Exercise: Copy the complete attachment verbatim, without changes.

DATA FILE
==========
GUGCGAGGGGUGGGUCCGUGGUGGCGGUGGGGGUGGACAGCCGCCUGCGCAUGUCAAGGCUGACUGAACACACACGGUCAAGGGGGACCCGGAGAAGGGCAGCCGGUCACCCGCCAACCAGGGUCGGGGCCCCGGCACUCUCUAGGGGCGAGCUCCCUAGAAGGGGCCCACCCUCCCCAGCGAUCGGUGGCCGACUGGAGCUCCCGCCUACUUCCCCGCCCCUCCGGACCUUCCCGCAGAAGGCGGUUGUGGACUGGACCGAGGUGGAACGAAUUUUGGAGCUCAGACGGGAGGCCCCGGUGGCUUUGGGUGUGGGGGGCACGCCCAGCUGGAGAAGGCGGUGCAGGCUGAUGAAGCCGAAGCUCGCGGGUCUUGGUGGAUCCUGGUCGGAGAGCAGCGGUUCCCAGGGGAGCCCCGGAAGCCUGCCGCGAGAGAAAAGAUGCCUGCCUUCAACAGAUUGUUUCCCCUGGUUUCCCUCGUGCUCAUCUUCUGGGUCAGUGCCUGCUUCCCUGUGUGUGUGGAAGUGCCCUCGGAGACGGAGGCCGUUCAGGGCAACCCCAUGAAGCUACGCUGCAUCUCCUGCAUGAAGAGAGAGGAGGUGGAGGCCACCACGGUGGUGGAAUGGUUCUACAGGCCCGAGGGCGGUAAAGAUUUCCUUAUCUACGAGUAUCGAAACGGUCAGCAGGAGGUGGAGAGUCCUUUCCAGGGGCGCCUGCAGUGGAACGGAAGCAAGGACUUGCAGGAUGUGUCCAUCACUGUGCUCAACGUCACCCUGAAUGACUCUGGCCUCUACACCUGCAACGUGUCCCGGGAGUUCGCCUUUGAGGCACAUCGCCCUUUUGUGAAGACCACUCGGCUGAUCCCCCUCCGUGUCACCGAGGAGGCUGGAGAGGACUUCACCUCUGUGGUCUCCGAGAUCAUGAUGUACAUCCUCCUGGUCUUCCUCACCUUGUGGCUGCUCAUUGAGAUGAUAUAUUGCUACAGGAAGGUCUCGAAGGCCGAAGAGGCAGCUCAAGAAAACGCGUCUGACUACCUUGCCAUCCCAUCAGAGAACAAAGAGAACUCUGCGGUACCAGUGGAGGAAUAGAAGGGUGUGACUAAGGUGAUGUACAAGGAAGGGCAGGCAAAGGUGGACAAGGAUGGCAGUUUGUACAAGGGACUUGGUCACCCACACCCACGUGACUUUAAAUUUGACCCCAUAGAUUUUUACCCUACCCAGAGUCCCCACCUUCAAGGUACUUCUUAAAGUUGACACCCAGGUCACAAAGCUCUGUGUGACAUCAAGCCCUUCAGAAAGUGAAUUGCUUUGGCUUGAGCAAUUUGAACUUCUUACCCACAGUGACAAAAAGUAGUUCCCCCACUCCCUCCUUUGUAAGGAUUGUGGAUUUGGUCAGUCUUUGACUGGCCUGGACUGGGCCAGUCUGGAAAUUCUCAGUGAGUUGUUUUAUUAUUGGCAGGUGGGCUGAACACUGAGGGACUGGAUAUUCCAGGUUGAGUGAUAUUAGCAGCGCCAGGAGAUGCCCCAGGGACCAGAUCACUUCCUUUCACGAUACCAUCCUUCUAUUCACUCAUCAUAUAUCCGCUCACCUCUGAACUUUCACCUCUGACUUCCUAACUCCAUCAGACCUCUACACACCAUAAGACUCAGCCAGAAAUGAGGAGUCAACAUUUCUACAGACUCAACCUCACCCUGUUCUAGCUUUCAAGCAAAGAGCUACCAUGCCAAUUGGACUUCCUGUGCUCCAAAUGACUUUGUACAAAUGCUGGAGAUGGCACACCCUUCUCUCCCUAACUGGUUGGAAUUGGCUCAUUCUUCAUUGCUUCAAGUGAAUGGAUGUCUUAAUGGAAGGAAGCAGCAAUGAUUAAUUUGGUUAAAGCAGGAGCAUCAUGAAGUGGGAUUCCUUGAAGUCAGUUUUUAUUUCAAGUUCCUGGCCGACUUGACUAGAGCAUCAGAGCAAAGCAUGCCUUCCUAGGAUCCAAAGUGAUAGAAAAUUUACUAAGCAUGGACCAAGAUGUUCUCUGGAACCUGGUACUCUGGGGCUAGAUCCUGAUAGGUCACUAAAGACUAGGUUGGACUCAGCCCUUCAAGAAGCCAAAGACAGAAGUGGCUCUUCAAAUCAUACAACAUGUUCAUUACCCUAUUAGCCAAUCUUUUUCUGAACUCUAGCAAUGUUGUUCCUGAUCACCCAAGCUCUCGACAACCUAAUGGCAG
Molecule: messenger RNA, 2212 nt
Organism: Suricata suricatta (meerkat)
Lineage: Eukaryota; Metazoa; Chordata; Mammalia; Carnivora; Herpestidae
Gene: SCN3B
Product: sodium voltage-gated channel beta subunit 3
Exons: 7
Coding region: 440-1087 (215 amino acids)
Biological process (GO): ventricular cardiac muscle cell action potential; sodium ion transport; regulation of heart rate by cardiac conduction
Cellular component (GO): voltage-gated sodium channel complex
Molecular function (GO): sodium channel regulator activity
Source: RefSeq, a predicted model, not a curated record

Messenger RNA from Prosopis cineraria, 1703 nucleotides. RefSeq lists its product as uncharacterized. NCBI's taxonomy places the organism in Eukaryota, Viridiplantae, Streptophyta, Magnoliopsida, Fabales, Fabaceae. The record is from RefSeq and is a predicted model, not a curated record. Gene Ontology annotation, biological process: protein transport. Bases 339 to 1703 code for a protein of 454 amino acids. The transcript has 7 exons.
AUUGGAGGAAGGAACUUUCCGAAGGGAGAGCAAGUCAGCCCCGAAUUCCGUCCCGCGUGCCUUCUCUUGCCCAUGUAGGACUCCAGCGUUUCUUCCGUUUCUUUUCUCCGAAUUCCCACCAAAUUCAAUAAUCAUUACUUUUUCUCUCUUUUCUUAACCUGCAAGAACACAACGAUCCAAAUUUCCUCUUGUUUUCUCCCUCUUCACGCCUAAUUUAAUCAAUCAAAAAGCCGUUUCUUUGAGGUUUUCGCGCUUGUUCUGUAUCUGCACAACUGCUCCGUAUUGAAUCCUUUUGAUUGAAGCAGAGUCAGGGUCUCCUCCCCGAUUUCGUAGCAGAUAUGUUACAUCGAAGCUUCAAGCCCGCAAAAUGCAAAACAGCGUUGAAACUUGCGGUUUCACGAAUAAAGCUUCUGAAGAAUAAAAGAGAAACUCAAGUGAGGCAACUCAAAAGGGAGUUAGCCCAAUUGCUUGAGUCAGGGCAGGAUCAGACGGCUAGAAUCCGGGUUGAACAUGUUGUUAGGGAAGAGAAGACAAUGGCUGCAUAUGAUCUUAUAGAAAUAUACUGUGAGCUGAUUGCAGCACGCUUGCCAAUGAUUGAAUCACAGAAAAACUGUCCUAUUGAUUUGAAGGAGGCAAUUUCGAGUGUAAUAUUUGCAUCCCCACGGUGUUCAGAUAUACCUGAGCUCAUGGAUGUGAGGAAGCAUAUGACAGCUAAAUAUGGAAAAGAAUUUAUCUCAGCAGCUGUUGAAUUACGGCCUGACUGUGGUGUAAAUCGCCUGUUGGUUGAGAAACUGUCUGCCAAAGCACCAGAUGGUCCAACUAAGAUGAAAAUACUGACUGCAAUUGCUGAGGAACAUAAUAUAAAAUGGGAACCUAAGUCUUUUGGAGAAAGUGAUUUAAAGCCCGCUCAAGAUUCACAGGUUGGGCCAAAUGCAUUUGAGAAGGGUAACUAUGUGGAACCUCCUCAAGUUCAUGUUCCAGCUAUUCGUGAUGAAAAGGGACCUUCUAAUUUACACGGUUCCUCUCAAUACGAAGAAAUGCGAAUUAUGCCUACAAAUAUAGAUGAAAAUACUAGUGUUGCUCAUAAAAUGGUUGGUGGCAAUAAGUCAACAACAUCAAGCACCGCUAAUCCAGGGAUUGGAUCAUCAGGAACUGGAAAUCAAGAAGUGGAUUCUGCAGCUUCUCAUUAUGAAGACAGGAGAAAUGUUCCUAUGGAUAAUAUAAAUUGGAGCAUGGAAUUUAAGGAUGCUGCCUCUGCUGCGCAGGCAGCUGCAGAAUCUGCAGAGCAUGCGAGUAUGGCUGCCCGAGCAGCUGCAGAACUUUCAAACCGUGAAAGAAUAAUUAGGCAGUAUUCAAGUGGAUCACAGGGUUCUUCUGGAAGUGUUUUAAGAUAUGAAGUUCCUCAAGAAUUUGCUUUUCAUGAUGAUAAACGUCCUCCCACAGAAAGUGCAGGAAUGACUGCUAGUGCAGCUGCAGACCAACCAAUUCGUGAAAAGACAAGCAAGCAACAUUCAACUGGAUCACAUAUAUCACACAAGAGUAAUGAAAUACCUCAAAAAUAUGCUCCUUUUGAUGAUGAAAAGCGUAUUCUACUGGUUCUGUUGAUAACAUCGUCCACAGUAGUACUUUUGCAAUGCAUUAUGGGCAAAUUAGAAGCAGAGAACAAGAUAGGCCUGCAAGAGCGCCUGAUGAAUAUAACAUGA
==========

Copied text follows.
GUGCGAGGGGUGGGUCCGUGGUGGCGGUGGGGGUGGACAGCCGCCUGCGCAUGUCAAGGCUGACUGAACACACACGGUCAAGGGGGACCCGGAGAAGGGCAGCCGGUCACCCGCCAACCAGGGUCGGGGCCCCGGCACUCUCUAGGGGCGAGCUCCCUAGAAGGGGCCCACCCUCCCCAGCGAUCGGUGGCCGACUGGAGCUCCCGCCUACUUCCCCGCCCCUCCGGACCUUCCCGCAGAAGGCGGUUGUGGACUGGACCGAGGUGGAACGAAUUUUGGAGCUCAGACGGGAGGCCCCGGUGGCUUUGGGUGUGGGGGGCACGCCCAGCUGGAGAAGGCGGUGCAGGCUGAUGAAGCCGAAGCUCGCGGGUCUUGGUGGAUCCUGGUCGGAGAGCAGCGGUUCCCAGGGGAGCCCCGGAAGCCUGCCGCGAGAGAAAAGAUGCCUGCCUUCAACAGAUUGUUUCCCCUGGUUUCCCUCGUGCUCAUCUUCUGGGUCAGUGCCUGCUUCCCUGUGUGUGUGGAAGUGCCCUCGGAGACGGAGGCCGUUCAGGGCAACCCCAUGAAGCUACGCUGCAUCUCCUGCAUGAAGAGAGAGGAGGUGGAGGCCACCACGGUGGUGGAAUGGUUCUACAGGCCCGAGGGCGGUAAAGAUUUCCUUAUCUACGAGUAUCGAAACGGUCAGCAGGAGGUGGAGAGUCCUUUCCAGGGGCGCCUGCAGUGGAACGGAAGCAAGGACUUGCAGGAUGUGUCCAUCACUGUGCUCAACGUCACCCUGAAUGACUCUGGCCUCUACACCUGCAACGUGUCCCGGGAGUUCGCCUUUGAGGCACAUCGCCCUUUUGUGAAGACCACUCGGCUGAUCCCCCUCCGUGUCACCGAGGAGGCUGGAGAGGACUUCACCUCUGUGGUCUCCGAGAUCAUGAUGUACAUCCUCCUGGUCUUCCUCACCUUGUGGCUGCUCAUUGAGAUGAUAUAUUGCUACAGGAAGGUCUCGAAGGCCGAAGAGGCAGCUCAAGAAAACGCGUCUGACUACCUUGCCAUCCCAUCAGAGAACAAAGAGAACUCUGCGGUACCAGUGGAGGAAUAGAAGGGUGUGACUAAGGUGAUGUACAAGGAAGGGCAGGCAAAGGUGGACAAGGAUGGCAGUUUGUACAAGGGACUUGGUCACCCACACCCACGUGACUUUAAAUUUGACCCCAUAGAUUUUUACCCUACCCAGAGUCCCCACCUUCAAGGUACUUCUUAAAGUUGACACCCAGGUCACAAAGCUCUGUGUGACAUCAAGCCCUUCAGAAAGUGAAUUGCUUUGGCUUGAGCAAUUUGAACUUCUUACCCACAGUGACAAAAAGUAGUUCCCCCACUCCCUCCUUUGUAAGGAUUGUGGAUUUGGUCAGUCUUUGACUGGCCUGGACUGGGCCAGUCUGGAAAUUCUCAGUGAGUUGUUUUAUUAUUGGCAGGUGGGCUGAACACUGAGGGACUGGAUAUUCCAGGUUGAGUGAUAUUAGCAGCGCCAGGAGAUGCCCCAGGGACCAGAUCACUUCCUUUCACGAUACCAUCCUUCUAUUCACUCAUCAUAUAUCCGCUCACCUCUGAACUUUCACCUCUGACUUCCUAACUCCAUCAGACCUCUACACACCAUAAGACUCAGCCAGAAAUGAGGAGUCAACAUUUCUACAGACUCAACCUCACCCUGUUCUAGCUUUCAAGCAAAGAGCUACCAUGCCAAUUGGACUUCCUGUGCUCCAAAUGACUUUGUACAAAUGCUGGAGAUGGCACACCCUUCUCUCCCUAACUGGUUGGAAUUGGCUCAUUCUUCAUUGCUUCAAGUGAAUGGAUGUCUUAAUGGAAGGAAGCAGCAAUGAUUAAUUUGGUUAAAGCAGGAGCAUCAUGAAGUGGGAUUCCUUGAAGUCAGUUUUUAUUUCAAGUUCCUGGCCGACUUGACUAGAGCAUCAGAGCAAAGCAUGCCUUCCUAGGAUCCAAAGUGAUAGAAAAUUUACUAAGCAUGGACCAAGAUGUUCUCUGGAACCUGGUACUCUGGGGCUAGAUCCUGAUAGGUCACUAAAGACUAGGUUGGACUCAGCCCUUCAAGAAGCCAAAGACAGAAGUGGCUCUUCAAAUCAUACAACAUGUUCAUUACCCUAUUAGCCAAUCUUUUUCUGAACUCUAGCAAUGUUGUUCCUGAUCACCCAAGCUCUCGACAACCUAAUGGCAG
Molecule: messenger RNA, 2212 nt
Organism: Suricata suricatta (meerkat)
Lineage: Eukaryota; Metazoa; Chordata; Mammalia; Carnivora; Herpestidae
Gene: SCN3B
Product: sodium voltage-gated channel beta subunit 3
Exons: 7
Coding region: 440-1087 (215 amino acids)
Biological process (GO): ventricular cardiac muscle cell action potential; sodium ion transport; regulation of heart rate by cardiac conduction
Cellular component (GO): voltage-gated sodium channel complex
Molecular function (GO): sodium channel regulator activity
Source: RefSeq, a predicted model, not a curated record

Messenger RNA from Prosopis cineraria, 1703 nucleotides. RefSeq lists its product as uncharacterized. NCBI's taxonomy places the organism in Eukaryota, Viridiplantae, Streptophyta, Magnoliopsida, Fabales, Fabaceae. The record is from RefSeq and is a predicted model, not a curated record. Gene Ontology annotation, biological process: protein transport. Bases 339 to 1703 code for a protein of 454 amino acids. The transcript has 7 exons.
AUUGGAGGAAGGAACUUUCCGAAGGGAGAGCAAGUCAGCCCCGAAUUCCGUCCCGCGUGCCUUCUCUUGCCCAUGUAGGACUCCAGCGUUUCUUCCGUUUCUUUUCUCCGAAUUCCCACCAAAUUCAAUAAUCAUUACUUUUUCUCUCUUUUCUUAACCUGCAAGAACACAACGAUCCAAAUUUCCUCUUGUUUUCUCCCUCUUCACGCCUAAUUUAAUCAAUCAAAAAGCCGUUUCUUUGAGGUUUUCGCGCUUGUUCUGUAUCUGCACAACUGCUCCGUAUUGAAUCCUUUUGAUUGAAGCAGAGUCAGGGUCUCCUCCCCGAUUUCGUAGCAGAUAUGUUACAUCGAAGCUUCAAGCCCGCAAAAUGCAAAACAGCGUUGAAACUUGCGGUUUCACGAAUAAAGCUUCUGAAGAAUAAAAGAGAAACUCAAGUGAGGCAACUCAAAAGGGAGUUAGCCCAAUUGCUUGAGUCAGGGCAGGAUCAGACGGCUAGAAUCCGGGUUGAACAUGUUGUUAGGGAAGAGAAGACAAUGGCUGCAUAUGAUCUUAUAGAAAUAUACUGUGAGCUGAUUGCAGCACGCUUGCCAAUGAUUGAAUCACAGAAAAACUGUCCUAUUGAUUUGAAGGAGGCAAUUUCGAGUGUAAUAUUUGCAUCCCCACGGUGUUCAGAUAUACCUGAGCUCAUGGAUGUGAGGAAGCAUAUGACAGCUAAAUAUGGAAAAGAAUUUAUCUCAGCAGCUGUUGAAUUACGGCCUGACUGUGGUGUAAAUCGCCUGUUGGUUGAGAAACUGUCUGCCAAAGCACCAGAUGGUCCAACUAAGAUGAAAAUACUGACUGCAAUUGCUGAGGAACAUAAUAUAAAAUGGGAACCUAAGUCUUUUGGAGAAAGUGAUUUAAAGCCCGCUCAAGAUUCACAGGUUGGGCCAAAUGCAUUUGAGAAGGGUAACUAUGUGGAACCUCCUCAAGUUCAUGUUCCAGCUAUUCGUGAUGAAAAGGGACCUUCUAAUUUACACGGUUCCUCUCAAUACGAAGAAAUGCGAAUUAUGCCUACAAAUAUAGAUGAAAAUACUAGUGUUGCUCAUAAAAUGGUUGGUGGCAAUAAGUCAACAACAUCAAGCACCGCUAAUCCAGGGAUUGGAUCAUCAGGAACUGGAAAUCAAGAAGUGGAUUCUGCAGCUUCUCAUUAUGAAGACAGGAGAAAUGUUCCUAUGGAUAAUAUAAAUUGGAGCAUGGAAUUUAAGGAUGCUGCCUCUGCUGCGCAGGCAGCUGCAGAAUCUGCAGAGCAUGCGAGUAUGGCUGCCCGAGCAGCUGCAGAACUUUCAAACCGUGAAAGAAUAAUUAGGCAGUAUUCAAGUGGAUCACAGGGUUCUUCUGGAAGUGUUUUAAGAUAUGAAGUUCCUCAAGAAUUUGCUUUUCAUGAUGAUAAACGUCCUCCCACAGAAAGUGCAGGAAUGACUGCUAGUGCAGCUGCAGACCAACCAAUUCGUGAAAAGACAAGCAAGCAACAUUCAACUGGAUCACAUAUAUCACACAAGAGUAAUGAAAUACCUCAAAAAUAUGCUCCUUUUGAUGAUGAAAAGCGUAUUCUACUGGUUCUGUUGAUAACAUCGUCCACAGUAGUACUUUUGCAAUGCAUUAUGGGCAAAUUAGAAGCAGAGAACAAGAUAGGCCUGCAAGAGCGCCUGAUGAAUAUAACAUGA